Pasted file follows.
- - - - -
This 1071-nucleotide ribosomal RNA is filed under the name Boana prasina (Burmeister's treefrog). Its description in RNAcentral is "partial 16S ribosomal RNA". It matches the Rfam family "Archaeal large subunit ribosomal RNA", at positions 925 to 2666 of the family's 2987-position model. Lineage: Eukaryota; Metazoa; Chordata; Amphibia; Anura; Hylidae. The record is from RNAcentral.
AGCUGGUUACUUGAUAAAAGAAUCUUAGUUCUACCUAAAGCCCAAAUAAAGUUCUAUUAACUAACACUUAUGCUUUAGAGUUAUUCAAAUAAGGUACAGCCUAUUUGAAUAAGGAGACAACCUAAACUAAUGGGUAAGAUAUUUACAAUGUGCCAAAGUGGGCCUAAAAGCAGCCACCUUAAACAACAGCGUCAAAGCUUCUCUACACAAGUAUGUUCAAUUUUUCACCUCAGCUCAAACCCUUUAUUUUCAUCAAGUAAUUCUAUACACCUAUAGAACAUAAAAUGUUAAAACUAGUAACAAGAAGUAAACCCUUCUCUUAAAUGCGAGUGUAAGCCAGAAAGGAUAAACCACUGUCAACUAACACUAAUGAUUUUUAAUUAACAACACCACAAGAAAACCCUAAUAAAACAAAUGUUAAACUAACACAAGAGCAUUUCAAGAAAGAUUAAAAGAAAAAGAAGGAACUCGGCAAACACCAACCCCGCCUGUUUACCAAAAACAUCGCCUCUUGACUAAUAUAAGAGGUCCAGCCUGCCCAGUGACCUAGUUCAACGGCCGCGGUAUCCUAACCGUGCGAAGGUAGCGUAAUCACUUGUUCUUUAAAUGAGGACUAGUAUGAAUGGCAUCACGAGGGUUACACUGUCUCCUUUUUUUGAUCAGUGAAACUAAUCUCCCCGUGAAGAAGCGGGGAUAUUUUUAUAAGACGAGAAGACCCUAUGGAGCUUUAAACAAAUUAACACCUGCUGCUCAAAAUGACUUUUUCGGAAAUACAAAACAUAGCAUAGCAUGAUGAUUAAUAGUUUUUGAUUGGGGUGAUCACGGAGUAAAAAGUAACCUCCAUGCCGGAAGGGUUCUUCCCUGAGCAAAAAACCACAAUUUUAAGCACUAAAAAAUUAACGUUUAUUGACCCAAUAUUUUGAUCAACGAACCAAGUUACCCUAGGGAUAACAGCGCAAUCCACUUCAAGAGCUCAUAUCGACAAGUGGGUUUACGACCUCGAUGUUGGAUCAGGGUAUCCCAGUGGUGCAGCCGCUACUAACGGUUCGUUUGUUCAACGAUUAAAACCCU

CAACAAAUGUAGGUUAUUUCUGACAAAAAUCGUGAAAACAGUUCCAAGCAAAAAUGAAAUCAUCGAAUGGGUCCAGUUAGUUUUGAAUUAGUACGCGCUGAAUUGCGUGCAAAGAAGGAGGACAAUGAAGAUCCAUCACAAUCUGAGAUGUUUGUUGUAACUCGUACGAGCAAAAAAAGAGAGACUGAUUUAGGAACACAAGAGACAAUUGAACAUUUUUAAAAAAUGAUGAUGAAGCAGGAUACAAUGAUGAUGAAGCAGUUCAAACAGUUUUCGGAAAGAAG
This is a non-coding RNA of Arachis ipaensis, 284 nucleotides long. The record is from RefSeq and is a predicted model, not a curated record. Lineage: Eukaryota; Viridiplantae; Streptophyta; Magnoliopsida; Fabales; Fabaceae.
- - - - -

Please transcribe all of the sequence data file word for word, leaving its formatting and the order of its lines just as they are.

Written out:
This 1071-nucleotide ribosomal RNA is filed under the name Boana prasina (Burmeister's treefrog). Its description in RNAcentral is "partial 16S ribosomal RNA". It matches the Rfam family "Archaeal large subunit ribosomal RNA", at positions 925 to 2666 of the family's 2987-position model. Lineage: Eukaryota; Metazoa; Chordata; Amphibia; Anura; Hylidae. The record is from RNAcentral.
AGCUGGUUACUUGAUAAAAGAAUCUUAGUUCUACCUAAAGCCCAAAUAAAGUUCUAUUAACUAACACUUAUGCUUUAGAGUUAUUCAAAUAAGGUACAGCCUAUUUGAAUAAGGAGACAACCUAAACUAAUGGGUAAGAUAUUUACAAUGUGCCAAAGUGGGCCUAAAAGCAGCCACCUUAAACAACAGCGUCAAAGCUUCUCUACACAAGUAUGUUCAAUUUUUCACCUCAGCUCAAACCCUUUAUUUUCAUCAAGUAAUUCUAUACACCUAUAGAACAUAAAAUGUUAAAACUAGUAACAAGAAGUAAACCCUUCUCUUAAAUGCGAGUGUAAGCCAGAAAGGAUAAACCACUGUCAACUAACACUAAUGAUUUUUAAUUAACAACACCACAAGAAAACCCUAAUAAAACAAAUGUUAAACUAACACAAGAGCAUUUCAAGAAAGAUUAAAAGAAAAAGAAGGAACUCGGCAAACACCAACCCCGCCUGUUUACCAAAAACAUCGCCUCUUGACUAAUAUAAGAGGUCCAGCCUGCCCAGUGACCUAGUUCAACGGCCGCGGUAUCCUAACCGUGCGAAGGUAGCGUAAUCACUUGUUCUUUAAAUGAGGACUAGUAUGAAUGGCAUCACGAGGGUUACACUGUCUCCUUUUUUUGAUCAGUGAAACUAAUCUCCCCGUGAAGAAGCGGGGAUAUUUUUAUAAGACGAGAAGACCCUAUGGAGCUUUAAACAAAUUAACACCUGCUGCUCAAAAUGACUUUUUCGGAAAUACAAAACAUAGCAUAGCAUGAUGAUUAAUAGUUUUUGAUUGGGGUGAUCACGGAGUAAAAAGUAACCUCCAUGCCGGAAGGGUUCUUCCCUGAGCAAAAAACCACAAUUUUAAGCACUAAAAAAUUAACGUUUAUUGACCCAAUAUUUUGAUCAACGAACCAAGUUACCCUAGGGAUAACAGCGCAAUCCACUUCAAGAGCUCAUAUCGACAAGUGGGUUUACGACCUCGAUGUUGGAUCAGGGUAUCCCAGUGGUGCAGCCGCUACUAACGGUUCGUUUGUUCAACGAUUAAAACCCU

CAACAAAUGUAGGUUAUUUCUGACAAAAAUCGUGAAAACAGUUCCAAGCAAAAAUGAAAUCAUCGAAUGGGUCCAGUUAGUUUUGAAUUAGUACGCGCUGAAUUGCGUGCAAAGAAGGAGGACAAUGAAGAUCCAUCACAAUCUGAGAUGUUUGUUGUAACUCGUACGAGCAAAAAAAGAGAGACUGAUUUAGGAACACAAGAGACAAUUGAACAUUUUUAAAAAAUGAUGAUGAAGCAGGAUACAAUGAUGAUGAAGCAGUUCAAACAGUUUUCGGAAAGAAG
This is a non-coding RNA of Arachis ipaensis, 284 nucleotides long. The record is from RefSeq and is a predicted model, not a curated record. Lineage: Eukaryota; Viridiplantae; Streptophyta; Magnoliopsida; Fabales; Fabaceae.